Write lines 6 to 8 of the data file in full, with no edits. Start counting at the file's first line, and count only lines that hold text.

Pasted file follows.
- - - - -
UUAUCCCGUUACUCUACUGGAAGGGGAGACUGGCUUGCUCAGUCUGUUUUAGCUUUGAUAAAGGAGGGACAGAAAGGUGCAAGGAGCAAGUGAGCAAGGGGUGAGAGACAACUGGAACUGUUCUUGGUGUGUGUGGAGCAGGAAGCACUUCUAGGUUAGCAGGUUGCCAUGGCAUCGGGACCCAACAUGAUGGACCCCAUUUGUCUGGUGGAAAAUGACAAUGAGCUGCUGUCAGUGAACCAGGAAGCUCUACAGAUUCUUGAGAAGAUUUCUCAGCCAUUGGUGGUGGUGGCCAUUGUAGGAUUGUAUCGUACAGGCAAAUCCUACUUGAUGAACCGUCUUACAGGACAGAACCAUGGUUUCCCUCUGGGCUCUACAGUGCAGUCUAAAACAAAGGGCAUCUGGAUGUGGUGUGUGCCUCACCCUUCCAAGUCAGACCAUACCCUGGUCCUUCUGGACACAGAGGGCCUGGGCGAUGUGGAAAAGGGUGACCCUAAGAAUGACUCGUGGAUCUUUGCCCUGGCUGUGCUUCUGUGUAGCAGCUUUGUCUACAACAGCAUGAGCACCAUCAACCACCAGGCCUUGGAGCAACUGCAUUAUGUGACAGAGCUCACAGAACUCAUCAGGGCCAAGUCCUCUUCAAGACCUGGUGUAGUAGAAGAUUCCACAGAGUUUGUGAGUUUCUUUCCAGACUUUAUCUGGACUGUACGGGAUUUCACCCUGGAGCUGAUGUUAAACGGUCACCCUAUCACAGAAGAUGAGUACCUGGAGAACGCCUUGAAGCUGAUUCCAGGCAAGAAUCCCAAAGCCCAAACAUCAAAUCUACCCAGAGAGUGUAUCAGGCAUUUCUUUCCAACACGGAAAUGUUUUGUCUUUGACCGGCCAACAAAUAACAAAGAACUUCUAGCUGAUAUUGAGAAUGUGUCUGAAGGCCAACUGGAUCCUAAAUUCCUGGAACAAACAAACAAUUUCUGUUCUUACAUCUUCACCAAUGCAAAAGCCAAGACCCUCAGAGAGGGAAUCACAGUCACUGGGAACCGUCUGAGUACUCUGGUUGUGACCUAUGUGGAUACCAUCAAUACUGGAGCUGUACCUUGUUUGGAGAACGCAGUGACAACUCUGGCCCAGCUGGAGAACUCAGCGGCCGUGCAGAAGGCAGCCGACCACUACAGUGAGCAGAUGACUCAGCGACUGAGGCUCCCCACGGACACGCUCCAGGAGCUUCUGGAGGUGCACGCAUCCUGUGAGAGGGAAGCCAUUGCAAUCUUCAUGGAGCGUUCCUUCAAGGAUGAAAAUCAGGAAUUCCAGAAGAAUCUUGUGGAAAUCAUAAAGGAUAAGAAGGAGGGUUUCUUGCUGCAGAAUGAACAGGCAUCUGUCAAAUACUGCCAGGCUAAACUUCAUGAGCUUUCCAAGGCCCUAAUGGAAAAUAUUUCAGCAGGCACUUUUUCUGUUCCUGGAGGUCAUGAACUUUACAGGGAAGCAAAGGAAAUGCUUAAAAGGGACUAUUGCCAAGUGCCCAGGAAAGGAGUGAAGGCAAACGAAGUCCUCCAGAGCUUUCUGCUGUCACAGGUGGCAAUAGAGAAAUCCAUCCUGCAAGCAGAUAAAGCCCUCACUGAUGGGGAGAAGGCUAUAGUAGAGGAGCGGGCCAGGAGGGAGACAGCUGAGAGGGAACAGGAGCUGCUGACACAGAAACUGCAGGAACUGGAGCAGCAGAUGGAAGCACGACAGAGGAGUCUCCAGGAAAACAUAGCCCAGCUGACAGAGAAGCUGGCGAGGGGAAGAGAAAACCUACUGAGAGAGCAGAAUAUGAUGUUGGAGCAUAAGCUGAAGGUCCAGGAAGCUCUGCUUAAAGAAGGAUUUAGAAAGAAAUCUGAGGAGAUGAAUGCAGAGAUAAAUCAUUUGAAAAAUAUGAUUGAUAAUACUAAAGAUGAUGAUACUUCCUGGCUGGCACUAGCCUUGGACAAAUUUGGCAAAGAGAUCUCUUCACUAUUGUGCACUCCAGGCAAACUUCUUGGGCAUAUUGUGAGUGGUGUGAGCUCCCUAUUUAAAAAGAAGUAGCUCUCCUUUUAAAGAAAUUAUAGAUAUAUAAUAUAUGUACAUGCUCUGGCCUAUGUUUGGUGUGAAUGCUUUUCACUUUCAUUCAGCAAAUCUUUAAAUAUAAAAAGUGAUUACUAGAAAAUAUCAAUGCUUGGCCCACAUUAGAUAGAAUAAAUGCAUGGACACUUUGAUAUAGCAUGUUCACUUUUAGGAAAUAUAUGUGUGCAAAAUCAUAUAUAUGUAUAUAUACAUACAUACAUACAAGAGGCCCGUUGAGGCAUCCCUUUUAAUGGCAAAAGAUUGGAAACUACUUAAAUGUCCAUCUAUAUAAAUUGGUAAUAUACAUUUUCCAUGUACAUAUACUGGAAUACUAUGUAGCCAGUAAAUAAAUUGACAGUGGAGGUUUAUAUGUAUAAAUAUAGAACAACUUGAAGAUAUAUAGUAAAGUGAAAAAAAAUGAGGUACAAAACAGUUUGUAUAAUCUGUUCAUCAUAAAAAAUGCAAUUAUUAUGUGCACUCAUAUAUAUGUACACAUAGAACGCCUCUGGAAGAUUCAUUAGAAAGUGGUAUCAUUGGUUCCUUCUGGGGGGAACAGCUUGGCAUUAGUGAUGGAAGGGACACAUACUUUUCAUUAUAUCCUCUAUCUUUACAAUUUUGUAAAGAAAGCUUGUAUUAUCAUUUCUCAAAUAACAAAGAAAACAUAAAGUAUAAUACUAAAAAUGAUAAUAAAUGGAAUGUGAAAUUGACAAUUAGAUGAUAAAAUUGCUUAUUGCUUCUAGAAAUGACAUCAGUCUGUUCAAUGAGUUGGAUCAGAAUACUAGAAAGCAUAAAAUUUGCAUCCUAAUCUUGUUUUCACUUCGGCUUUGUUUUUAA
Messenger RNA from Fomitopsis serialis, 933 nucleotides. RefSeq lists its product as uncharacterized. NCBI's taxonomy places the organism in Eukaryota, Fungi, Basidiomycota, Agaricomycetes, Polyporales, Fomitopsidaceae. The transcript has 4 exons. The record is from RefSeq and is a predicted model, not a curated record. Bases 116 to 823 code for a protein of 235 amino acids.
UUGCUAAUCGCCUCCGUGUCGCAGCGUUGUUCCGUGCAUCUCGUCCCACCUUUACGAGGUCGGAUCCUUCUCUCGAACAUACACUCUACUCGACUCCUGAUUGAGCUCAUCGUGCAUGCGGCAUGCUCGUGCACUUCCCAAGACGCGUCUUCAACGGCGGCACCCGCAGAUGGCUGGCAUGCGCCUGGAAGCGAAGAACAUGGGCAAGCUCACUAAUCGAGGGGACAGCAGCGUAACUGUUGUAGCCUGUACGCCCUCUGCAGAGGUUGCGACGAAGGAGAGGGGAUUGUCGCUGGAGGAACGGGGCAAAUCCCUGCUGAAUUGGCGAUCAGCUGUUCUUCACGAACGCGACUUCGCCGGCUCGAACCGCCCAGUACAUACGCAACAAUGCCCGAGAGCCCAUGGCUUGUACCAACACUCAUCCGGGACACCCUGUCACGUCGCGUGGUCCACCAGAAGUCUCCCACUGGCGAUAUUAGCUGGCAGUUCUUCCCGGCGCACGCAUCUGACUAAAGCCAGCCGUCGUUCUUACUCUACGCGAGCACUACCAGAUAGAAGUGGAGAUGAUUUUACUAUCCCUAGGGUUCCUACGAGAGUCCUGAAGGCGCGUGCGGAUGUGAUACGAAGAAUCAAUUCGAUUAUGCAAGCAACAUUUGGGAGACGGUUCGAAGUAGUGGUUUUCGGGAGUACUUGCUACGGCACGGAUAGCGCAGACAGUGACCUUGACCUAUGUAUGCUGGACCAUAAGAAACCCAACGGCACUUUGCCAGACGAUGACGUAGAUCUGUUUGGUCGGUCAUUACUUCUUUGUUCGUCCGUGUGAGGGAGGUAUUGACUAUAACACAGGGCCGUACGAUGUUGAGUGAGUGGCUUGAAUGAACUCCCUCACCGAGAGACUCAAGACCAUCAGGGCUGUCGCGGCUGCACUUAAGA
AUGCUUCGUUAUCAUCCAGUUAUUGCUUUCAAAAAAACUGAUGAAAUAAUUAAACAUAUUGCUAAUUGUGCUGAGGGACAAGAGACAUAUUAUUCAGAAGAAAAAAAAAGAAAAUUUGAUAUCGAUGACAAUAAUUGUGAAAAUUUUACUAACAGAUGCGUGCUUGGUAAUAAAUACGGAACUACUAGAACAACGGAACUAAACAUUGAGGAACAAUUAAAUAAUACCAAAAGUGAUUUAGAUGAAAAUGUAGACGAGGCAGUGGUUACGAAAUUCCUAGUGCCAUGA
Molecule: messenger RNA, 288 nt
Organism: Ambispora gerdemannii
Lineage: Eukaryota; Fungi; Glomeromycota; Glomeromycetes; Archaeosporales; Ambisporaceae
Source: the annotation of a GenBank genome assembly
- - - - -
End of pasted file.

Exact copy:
Organism: Ambispora gerdemannii
Lineage: Eukaryota; Fungi; Glomeromycota; Glomeromycetes; Archaeosporales; Ambisporaceae
Source: the annotation of a GenBank genome assembly